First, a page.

Rabat - Canadian-owned Bombardier Aerospace has decided to move a portion of its operations from Northern Ireland to Morocco.
Rabat – Canadian-owned Bombardier Aerospace has decided to move a portion of its operations from Northern Ireland to Morocco.
According to Belfast Telegraph, the move is due to the plane manufacturer’s inability “to undertake competitively in Northern Ireland”. Therefore, it has sought to balance its cost by opening sites in Morocco and Mexico.
According to the Irish newspaper, the plane maker’s decision to choose new, less costly sites is to make most effective use of their “manufacturing footprint and ensure the future success of [their] business overall.”
This does not mean that the aerospace giant will abandon its Belfast site, but rather to transfer “certain activities” to the new sites. Northern Ireland has received a huge investment from the company, which will continue to “focus on high-value, high-complexity production.”
The company adds that “It is absolutely critical that we continue to transfer work packages in which we are no longer competitive so we can safeguard the long-term future of our Northern Ireland operations”
Bombardier is making a gradual transition into Moroccan and Mexican sites. “We regularly send working parties from Belfast to Morocco, Mexico and other Bombardier sites, as well as to China, and we also host reciprocal working parties here,” the company says.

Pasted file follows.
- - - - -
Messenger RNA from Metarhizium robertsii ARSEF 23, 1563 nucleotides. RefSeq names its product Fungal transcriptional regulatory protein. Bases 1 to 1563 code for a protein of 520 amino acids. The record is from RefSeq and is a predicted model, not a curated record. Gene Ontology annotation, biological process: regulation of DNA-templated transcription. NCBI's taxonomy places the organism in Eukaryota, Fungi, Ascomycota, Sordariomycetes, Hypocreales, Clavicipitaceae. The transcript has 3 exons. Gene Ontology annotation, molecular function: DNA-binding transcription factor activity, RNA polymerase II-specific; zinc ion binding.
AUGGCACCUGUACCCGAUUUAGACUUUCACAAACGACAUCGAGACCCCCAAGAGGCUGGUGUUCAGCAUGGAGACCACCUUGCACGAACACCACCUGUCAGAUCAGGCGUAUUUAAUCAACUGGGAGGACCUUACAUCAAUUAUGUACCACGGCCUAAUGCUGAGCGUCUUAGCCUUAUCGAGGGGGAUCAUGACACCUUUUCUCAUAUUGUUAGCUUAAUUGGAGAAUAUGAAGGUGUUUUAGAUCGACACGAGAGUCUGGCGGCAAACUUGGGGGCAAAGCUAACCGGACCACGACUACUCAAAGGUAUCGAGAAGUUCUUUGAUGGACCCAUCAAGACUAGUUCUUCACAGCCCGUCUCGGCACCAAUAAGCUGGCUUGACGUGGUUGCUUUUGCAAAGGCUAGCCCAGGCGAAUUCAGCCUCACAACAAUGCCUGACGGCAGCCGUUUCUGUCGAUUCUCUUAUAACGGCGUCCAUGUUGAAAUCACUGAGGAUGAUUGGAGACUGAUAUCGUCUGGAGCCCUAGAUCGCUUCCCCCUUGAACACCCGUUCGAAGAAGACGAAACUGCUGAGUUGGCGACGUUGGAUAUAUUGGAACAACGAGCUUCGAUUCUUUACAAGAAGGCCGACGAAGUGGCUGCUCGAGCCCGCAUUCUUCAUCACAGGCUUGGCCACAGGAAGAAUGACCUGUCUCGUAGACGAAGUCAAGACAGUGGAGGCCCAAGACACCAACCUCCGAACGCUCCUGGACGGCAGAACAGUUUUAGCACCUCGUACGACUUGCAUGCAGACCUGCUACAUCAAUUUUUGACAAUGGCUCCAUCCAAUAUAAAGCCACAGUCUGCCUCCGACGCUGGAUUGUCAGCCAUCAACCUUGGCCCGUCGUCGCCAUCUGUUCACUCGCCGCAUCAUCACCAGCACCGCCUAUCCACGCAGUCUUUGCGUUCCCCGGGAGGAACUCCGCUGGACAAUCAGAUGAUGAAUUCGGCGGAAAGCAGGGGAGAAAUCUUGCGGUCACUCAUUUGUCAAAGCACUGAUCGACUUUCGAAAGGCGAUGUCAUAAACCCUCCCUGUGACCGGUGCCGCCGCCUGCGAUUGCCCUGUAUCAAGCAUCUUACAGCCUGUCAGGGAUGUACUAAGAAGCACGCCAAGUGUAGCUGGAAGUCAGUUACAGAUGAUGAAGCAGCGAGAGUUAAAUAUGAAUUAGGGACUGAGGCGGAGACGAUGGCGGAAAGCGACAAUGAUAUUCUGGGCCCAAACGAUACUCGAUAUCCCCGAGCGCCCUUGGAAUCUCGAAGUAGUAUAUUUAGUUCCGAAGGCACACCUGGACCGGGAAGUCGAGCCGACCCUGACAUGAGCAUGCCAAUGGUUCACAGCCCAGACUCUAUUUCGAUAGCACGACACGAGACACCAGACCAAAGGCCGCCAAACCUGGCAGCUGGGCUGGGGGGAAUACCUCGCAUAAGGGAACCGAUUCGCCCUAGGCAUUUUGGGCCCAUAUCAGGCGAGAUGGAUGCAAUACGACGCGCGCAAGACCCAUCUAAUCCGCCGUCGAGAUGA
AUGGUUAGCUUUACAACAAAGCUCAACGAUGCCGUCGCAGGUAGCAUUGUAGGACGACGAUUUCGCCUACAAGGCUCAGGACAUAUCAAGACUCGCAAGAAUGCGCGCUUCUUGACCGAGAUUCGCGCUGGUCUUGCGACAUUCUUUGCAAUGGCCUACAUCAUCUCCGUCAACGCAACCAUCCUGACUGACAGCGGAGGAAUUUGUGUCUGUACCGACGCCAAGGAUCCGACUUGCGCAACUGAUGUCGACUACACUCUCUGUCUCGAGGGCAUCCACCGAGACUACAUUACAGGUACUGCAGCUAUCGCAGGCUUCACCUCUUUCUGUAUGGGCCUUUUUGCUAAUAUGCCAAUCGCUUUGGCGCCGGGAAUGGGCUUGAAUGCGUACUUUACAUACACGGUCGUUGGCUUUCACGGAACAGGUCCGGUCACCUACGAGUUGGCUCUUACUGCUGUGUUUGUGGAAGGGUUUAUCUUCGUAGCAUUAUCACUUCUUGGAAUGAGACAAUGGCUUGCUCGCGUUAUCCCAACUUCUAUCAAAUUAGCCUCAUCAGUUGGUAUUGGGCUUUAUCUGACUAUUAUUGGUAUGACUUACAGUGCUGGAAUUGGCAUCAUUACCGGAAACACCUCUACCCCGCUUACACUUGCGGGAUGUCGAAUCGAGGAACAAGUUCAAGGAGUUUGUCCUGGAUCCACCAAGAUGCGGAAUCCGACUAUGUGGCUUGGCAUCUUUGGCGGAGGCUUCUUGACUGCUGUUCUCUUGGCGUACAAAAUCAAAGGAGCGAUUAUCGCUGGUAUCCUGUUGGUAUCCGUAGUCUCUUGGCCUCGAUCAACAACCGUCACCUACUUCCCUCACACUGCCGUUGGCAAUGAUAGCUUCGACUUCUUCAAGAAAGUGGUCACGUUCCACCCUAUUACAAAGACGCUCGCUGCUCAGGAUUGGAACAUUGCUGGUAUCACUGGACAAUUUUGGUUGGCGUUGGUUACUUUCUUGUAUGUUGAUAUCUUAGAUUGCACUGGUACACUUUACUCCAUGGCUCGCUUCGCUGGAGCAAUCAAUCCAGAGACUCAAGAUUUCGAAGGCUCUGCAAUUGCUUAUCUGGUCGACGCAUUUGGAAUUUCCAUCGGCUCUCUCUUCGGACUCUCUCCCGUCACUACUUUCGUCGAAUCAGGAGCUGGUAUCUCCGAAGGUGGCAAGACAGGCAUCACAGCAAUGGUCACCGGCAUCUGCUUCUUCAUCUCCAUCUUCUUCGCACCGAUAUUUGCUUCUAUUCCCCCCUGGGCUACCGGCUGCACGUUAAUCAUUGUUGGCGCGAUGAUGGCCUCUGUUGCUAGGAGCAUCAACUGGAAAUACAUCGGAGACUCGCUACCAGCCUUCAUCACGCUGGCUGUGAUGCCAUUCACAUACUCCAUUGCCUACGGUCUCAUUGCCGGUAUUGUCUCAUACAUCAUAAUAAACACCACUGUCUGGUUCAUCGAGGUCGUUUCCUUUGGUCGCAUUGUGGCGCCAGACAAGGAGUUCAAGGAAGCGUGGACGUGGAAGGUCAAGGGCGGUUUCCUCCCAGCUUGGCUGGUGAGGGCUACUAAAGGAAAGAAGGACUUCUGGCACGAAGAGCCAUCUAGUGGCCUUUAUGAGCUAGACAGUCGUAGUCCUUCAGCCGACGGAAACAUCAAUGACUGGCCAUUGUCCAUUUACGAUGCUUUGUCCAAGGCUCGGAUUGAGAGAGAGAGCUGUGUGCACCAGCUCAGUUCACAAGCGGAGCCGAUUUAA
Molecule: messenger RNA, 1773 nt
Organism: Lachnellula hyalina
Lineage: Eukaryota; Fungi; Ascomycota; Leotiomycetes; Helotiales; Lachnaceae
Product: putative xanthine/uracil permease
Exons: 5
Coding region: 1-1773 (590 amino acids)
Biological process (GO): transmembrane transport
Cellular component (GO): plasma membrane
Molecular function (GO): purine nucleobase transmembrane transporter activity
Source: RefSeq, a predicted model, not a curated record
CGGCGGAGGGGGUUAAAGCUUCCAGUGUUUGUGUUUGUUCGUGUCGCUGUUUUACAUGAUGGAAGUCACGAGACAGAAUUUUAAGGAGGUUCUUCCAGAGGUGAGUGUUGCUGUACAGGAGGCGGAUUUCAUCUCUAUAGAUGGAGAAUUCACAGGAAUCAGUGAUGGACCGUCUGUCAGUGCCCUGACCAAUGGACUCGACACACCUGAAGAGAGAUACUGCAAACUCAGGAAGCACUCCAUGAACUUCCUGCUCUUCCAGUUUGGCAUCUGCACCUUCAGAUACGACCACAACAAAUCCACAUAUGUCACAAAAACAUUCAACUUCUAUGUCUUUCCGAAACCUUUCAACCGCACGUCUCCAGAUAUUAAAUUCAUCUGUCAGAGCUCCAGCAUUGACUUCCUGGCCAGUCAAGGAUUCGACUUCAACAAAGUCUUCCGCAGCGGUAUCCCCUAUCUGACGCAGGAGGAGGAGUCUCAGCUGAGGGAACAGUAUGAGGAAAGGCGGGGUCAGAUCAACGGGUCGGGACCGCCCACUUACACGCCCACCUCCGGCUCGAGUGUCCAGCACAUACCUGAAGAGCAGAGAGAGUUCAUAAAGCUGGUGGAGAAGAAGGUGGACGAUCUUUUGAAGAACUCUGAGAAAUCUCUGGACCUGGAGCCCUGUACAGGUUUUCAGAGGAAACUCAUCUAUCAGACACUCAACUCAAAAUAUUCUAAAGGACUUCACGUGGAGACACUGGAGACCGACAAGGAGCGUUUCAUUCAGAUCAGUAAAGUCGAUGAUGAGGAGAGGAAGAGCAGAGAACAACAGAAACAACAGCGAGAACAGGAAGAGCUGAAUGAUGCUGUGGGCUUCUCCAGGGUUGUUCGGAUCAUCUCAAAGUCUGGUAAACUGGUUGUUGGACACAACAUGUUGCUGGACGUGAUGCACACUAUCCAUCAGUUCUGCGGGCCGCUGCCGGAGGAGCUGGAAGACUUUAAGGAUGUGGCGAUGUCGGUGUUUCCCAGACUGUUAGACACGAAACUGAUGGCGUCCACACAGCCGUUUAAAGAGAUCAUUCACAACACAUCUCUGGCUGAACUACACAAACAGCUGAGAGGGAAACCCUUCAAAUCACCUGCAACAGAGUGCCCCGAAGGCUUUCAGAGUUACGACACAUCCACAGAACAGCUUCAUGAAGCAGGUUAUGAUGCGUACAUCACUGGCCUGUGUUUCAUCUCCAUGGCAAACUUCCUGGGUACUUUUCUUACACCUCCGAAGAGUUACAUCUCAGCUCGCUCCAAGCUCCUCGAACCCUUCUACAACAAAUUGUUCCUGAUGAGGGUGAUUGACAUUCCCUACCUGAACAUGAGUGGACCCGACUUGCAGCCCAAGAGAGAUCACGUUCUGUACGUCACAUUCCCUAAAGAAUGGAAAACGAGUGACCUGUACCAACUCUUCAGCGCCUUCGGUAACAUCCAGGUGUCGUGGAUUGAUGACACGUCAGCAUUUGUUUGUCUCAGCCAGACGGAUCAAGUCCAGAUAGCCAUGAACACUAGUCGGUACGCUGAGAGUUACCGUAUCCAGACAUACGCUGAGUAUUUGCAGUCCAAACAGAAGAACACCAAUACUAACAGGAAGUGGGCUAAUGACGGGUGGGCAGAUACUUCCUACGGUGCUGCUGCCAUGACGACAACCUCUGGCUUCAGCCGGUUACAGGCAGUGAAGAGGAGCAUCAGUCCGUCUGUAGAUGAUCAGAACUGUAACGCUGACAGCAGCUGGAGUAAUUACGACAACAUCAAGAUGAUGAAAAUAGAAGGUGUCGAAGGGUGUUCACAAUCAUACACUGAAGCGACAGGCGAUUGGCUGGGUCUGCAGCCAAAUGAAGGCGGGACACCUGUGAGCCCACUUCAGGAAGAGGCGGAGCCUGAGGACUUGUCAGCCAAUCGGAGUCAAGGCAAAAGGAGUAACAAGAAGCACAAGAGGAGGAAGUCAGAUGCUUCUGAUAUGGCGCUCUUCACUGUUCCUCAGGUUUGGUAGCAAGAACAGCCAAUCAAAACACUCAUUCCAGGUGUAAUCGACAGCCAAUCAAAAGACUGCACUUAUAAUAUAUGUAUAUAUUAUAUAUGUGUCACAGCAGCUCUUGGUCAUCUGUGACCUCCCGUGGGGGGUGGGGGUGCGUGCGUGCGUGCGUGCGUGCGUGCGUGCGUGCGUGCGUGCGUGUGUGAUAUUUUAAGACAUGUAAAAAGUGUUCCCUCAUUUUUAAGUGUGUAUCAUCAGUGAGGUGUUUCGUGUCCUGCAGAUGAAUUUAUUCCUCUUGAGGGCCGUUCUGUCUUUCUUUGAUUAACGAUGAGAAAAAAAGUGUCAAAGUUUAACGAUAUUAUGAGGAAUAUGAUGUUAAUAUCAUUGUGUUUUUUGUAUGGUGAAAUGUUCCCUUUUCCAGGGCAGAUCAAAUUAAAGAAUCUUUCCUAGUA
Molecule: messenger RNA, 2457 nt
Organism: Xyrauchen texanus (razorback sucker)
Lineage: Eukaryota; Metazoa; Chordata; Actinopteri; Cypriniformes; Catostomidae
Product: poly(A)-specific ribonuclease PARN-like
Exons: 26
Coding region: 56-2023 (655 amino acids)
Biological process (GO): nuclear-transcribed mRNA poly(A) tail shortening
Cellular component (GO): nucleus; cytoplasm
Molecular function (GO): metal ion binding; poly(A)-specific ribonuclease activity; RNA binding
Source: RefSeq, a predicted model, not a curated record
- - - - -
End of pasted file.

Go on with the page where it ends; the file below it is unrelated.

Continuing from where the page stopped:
According to one employee quoted by the Irish Telegraph, the Mexican site is fully prepared to begin production. “At present it [the Mexico factory] can make almost any structure and will do so soon.” Another worker confirmed, “there has been a lot of the really old legacy contract work moving to Morocco and Mexico due to cost.”
The company laid off 700 workers this year and has another 1,080 more scheduled next year. In addition to this, the company has undertaken a series of austerity procedures to cut down its costs and survive its “serious financial crisis.” The budgetary restrictions include announcing a pay freeze this year.
Bombardier, which announced $ 18.2 billion in revenue in 2015, is not the first manufacturer to show interest in Morocco recently. Its decision echoes other manufacturers who see the Kingdom as an emerging business hub due to its cheap labor and developing infrastructure.